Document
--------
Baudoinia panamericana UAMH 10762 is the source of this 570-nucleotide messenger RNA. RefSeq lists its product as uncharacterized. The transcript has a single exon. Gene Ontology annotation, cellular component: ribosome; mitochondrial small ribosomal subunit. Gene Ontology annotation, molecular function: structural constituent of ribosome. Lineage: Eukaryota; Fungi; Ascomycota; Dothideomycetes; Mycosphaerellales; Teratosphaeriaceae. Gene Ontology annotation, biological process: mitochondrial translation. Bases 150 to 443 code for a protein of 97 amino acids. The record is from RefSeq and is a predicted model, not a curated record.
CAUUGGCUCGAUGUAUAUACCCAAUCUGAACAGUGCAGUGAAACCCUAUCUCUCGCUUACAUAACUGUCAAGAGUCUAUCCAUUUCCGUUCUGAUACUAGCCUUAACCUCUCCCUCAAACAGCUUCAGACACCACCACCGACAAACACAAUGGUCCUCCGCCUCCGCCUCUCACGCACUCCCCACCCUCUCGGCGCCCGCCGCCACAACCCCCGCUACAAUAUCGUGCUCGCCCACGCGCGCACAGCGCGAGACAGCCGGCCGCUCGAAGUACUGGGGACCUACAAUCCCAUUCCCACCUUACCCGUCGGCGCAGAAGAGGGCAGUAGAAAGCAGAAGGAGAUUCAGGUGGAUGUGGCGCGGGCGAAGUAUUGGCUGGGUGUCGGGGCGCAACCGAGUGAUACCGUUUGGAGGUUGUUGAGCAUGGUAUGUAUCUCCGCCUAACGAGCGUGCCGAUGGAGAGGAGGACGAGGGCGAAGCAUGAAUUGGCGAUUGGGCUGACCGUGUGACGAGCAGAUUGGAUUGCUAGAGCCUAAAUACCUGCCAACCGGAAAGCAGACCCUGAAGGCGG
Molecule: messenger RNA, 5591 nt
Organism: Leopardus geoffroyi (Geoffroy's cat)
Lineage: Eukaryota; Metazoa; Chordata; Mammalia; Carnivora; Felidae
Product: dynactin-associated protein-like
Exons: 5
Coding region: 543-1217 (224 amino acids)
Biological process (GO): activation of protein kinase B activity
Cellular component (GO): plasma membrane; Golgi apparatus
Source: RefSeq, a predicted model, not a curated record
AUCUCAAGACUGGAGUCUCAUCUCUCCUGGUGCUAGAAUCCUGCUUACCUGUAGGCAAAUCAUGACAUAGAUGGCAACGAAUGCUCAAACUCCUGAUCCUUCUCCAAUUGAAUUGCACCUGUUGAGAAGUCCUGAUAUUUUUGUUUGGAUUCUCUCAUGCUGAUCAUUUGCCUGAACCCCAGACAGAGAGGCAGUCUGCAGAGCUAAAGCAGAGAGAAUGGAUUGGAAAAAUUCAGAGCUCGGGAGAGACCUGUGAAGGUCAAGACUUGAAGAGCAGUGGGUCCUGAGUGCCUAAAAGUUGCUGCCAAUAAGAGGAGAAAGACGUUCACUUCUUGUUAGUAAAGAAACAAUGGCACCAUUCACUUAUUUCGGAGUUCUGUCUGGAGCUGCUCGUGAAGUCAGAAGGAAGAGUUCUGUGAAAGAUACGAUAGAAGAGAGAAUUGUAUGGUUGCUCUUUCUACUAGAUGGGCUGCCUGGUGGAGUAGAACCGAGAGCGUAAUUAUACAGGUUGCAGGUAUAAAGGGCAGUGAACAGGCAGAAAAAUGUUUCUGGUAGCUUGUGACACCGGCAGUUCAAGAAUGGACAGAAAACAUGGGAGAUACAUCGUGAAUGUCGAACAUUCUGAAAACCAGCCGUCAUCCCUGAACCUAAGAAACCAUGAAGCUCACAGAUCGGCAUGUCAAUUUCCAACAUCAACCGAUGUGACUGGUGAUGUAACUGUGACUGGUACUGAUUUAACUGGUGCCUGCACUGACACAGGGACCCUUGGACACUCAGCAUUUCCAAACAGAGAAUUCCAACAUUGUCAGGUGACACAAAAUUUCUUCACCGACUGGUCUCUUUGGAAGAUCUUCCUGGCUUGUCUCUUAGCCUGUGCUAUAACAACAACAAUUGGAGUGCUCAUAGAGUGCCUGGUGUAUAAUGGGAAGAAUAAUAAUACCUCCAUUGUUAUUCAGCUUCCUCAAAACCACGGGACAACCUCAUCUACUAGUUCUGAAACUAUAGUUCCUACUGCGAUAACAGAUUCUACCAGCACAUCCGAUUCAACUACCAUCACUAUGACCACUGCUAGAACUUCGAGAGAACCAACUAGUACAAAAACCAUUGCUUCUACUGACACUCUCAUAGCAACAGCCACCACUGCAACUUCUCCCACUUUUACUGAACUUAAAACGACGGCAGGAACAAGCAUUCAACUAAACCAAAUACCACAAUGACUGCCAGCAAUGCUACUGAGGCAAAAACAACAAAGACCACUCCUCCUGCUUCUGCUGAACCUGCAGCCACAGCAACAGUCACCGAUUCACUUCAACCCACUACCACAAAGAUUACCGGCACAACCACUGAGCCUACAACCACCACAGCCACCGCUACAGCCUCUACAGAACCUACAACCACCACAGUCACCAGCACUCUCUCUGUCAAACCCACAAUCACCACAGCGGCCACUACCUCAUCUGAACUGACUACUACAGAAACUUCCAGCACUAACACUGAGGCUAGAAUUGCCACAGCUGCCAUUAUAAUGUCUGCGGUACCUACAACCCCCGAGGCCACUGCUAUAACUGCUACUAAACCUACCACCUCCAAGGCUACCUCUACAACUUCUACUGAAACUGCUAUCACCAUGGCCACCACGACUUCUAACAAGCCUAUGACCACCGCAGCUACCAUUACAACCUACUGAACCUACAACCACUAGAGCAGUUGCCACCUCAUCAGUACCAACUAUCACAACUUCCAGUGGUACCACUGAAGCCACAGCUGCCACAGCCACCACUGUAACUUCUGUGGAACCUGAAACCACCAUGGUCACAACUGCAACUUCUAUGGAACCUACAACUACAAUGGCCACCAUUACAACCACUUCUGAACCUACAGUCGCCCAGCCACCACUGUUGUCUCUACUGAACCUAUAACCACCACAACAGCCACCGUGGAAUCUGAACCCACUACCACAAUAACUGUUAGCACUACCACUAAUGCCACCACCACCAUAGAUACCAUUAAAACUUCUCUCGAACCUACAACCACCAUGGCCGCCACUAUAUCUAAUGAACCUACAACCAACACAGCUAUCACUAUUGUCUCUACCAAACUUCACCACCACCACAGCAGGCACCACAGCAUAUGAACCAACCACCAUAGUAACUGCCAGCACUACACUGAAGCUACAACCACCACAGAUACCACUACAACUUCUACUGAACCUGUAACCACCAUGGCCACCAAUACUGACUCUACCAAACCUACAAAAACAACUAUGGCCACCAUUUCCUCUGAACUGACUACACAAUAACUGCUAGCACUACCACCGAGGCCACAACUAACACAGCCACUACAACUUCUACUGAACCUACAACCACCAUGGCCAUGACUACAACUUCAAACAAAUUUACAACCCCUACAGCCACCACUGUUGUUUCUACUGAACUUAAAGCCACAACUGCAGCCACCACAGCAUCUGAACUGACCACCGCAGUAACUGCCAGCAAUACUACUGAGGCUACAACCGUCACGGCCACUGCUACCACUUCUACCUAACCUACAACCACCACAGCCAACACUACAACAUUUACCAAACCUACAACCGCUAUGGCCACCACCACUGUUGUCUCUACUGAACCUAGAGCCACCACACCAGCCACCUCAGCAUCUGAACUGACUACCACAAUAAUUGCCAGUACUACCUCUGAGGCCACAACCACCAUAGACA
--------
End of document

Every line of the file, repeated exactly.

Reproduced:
Baudoinia panamericana UAMH 10762 is the source of this 570-nucleotide messenger RNA. RefSeq lists its product as uncharacterized. The transcript has a single exon. Gene Ontology annotation, cellular component: ribosome; mitochondrial small ribosomal subunit. Gene Ontology annotation, molecular function: structural constituent of ribosome. Lineage: Eukaryota; Fungi; Ascomycota; Dothideomycetes; Mycosphaerellales; Teratosphaeriaceae. Gene Ontology annotation, biological process: mitochondrial translation. Bases 150 to 443 code for a protein of 97 amino acids. The record is from RefSeq and is a predicted model, not a curated record.
CAUUGGCUCGAUGUAUAUACCCAAUCUGAACAGUGCAGUGAAACCCUAUCUCUCGCUUACAUAACUGUCAAGAGUCUAUCCAUUUCCGUUCUGAUACUAGCCUUAACCUCUCCCUCAAACAGCUUCAGACACCACCACCGACAAACACAAUGGUCCUCCGCCUCCGCCUCUCACGCACUCCCCACCCUCUCGGCGCCCGCCGCCACAACCCCCGCUACAAUAUCGUGCUCGCCCACGCGCGCACAGCGCGAGACAGCCGGCCGCUCGAAGUACUGGGGACCUACAAUCCCAUUCCCACCUUACCCGUCGGCGCAGAAGAGGGCAGUAGAAAGCAGAAGGAGAUUCAGGUGGAUGUGGCGCGGGCGAAGUAUUGGCUGGGUGUCGGGGCGCAACCGAGUGAUACCGUUUGGAGGUUGUUGAGCAUGGUAUGUAUCUCCGCCUAACGAGCGUGCCGAUGGAGAGGAGGACGAGGGCGAAGCAUGAAUUGGCGAUUGGGCUGACCGUGUGACGAGCAGAUUGGAUUGCUAGAGCCUAAAUACCUGCCAACCGGAAAGCAGACCCUGAAGGCGG
Molecule: messenger RNA, 5591 nt
Organism: Leopardus geoffroyi (Geoffroy's cat)
Lineage: Eukaryota; Metazoa; Chordata; Mammalia; Carnivora; Felidae
Product: dynactin-associated protein-like
Exons: 5
Coding region: 543-1217 (224 amino acids)
Biological process (GO): activation of protein kinase B activity
Cellular component (GO): plasma membrane; Golgi apparatus
Source: RefSeq, a predicted model, not a curated record
AUCUCAAGACUGGAGUCUCAUCUCUCCUGGUGCUAGAAUCCUGCUUACCUGUAGGCAAAUCAUGACAUAGAUGGCAACGAAUGCUCAAACUCCUGAUCCUUCUCCAAUUGAAUUGCACCUGUUGAGAAGUCCUGAUAUUUUUGUUUGGAUUCUCUCAUGCUGAUCAUUUGCCUGAACCCCAGACAGAGAGGCAGUCUGCAGAGCUAAAGCAGAGAGAAUGGAUUGGAAAAAUUCAGAGCUCGGGAGAGACCUGUGAAGGUCAAGACUUGAAGAGCAGUGGGUCCUGAGUGCCUAAAAGUUGCUGCCAAUAAGAGGAGAAAGACGUUCACUUCUUGUUAGUAAAGAAACAAUGGCACCAUUCACUUAUUUCGGAGUUCUGUCUGGAGCUGCUCGUGAAGUCAGAAGGAAGAGUUCUGUGAAAGAUACGAUAGAAGAGAGAAUUGUAUGGUUGCUCUUUCUACUAGAUGGGCUGCCUGGUGGAGUAGAACCGAGAGCGUAAUUAUACAGGUUGCAGGUAUAAAGGGCAGUGAACAGGCAGAAAAAUGUUUCUGGUAGCUUGUGACACCGGCAGUUCAAGAAUGGACAGAAAACAUGGGAGAUACAUCGUGAAUGUCGAACAUUCUGAAAACCAGCCGUCAUCCCUGAACCUAAGAAACCAUGAAGCUCACAGAUCGGCAUGUCAAUUUCCAACAUCAACCGAUGUGACUGGUGAUGUAACUGUGACUGGUACUGAUUUAACUGGUGCCUGCACUGACACAGGGACCCUUGGACACUCAGCAUUUCCAAACAGAGAAUUCCAACAUUGUCAGGUGACACAAAAUUUCUUCACCGACUGGUCUCUUUGGAAGAUCUUCCUGGCUUGUCUCUUAGCCUGUGCUAUAACAACAACAAUUGGAGUGCUCAUAGAGUGCCUGGUGUAUAAUGGGAAGAAUAAUAAUACCUCCAUUGUUAUUCAGCUUCCUCAAAACCACGGGACAACCUCAUCUACUAGUUCUGAAACUAUAGUUCCUACUGCGAUAACAGAUUCUACCAGCACAUCCGAUUCAACUACCAUCACUAUGACCACUGCUAGAACUUCGAGAGAACCAACUAGUACAAAAACCAUUGCUUCUACUGACACUCUCAUAGCAACAGCCACCACUGCAACUUCUCCCACUUUUACUGAACUUAAAACGACGGCAGGAACAAGCAUUCAACUAAACCAAAUACCACAAUGACUGCCAGCAAUGCUACUGAGGCAAAAACAACAAAGACCACUCCUCCUGCUUCUGCUGAACCUGCAGCCACAGCAACAGUCACCGAUUCACUUCAACCCACUACCACAAAGAUUACCGGCACAACCACUGAGCCUACAACCACCACAGCCACCGCUACAGCCUCUACAGAACCUACAACCACCACAGUCACCAGCACUCUCUCUGUCAAACCCACAAUCACCACAGCGGCCACUACCUCAUCUGAACUGACUACUACAGAAACUUCCAGCACUAACACUGAGGCUAGAAUUGCCACAGCUGCCAUUAUAAUGUCUGCGGUACCUACAACCCCCGAGGCCACUGCUAUAACUGCUACUAAACCUACCACCUCCAAGGCUACCUCUACAACUUCUACUGAAACUGCUAUCACCAUGGCCACCACGACUUCUAACAAGCCUAUGACCACCGCAGCUACCAUUACAACCUACUGAACCUACAACCACUAGAGCAGUUGCCACCUCAUCAGUACCAACUAUCACAACUUCCAGUGGUACCACUGAAGCCACAGCUGCCACAGCCACCACUGUAACUUCUGUGGAACCUGAAACCACCAUGGUCACAACUGCAACUUCUAUGGAACCUACAACUACAAUGGCCACCAUUACAACCACUUCUGAACCUACAGUCGCCCAGCCACCACUGUUGUCUCUACUGAACCUAUAACCACCACAACAGCCACCGUGGAAUCUGAACCCACUACCACAAUAACUGUUAGCACUACCACUAAUGCCACCACCACCAUAGAUACCAUUAAAACUUCUCUCGAACCUACAACCACCAUGGCCGCCACUAUAUCUAAUGAACCUACAACCAACACAGCUAUCACUAUUGUCUCUACCAAACUUCACCACCACCACAGCAGGCACCACAGCAUAUGAACCAACCACCAUAGUAACUGCCAGCACUACACUGAAGCUACAACCACCACAGAUACCACUACAACUUCUACUGAACCUGUAACCACCAUGGCCACCAAUACUGACUCUACCAAACCUACAAAAACAACUAUGGCCACCAUUUCCUCUGAACUGACUACACAAUAACUGCUAGCACUACCACCGAGGCCACAACUAACACAGCCACUACAACUUCUACUGAACCUACAACCACCAUGGCCAUGACUACAACUUCAAACAAAUUUACAACCCCUACAGCCACCACUGUUGUUUCUACUGAACUUAAAGCCACAACUGCAGCCACCACAGCAUCUGAACUGACCACCGCAGUAACUGCCAGCAAUACUACUGAGGCUACAACCGUCACGGCCACUGCUACCACUUCUACCUAACCUACAACCACCACAGCCAACACUACAACAUUUACCAAACCUACAACCGCUAUGGCCACCACCACUGUUGUCUCUACUGAACCUAGAGCCACCACACCAGCCACCUCAGCAUCUGAACUGACUACCACAAUAAUUGCCAGUACUACCUCUGAGGCCACAACCACCAUAGACA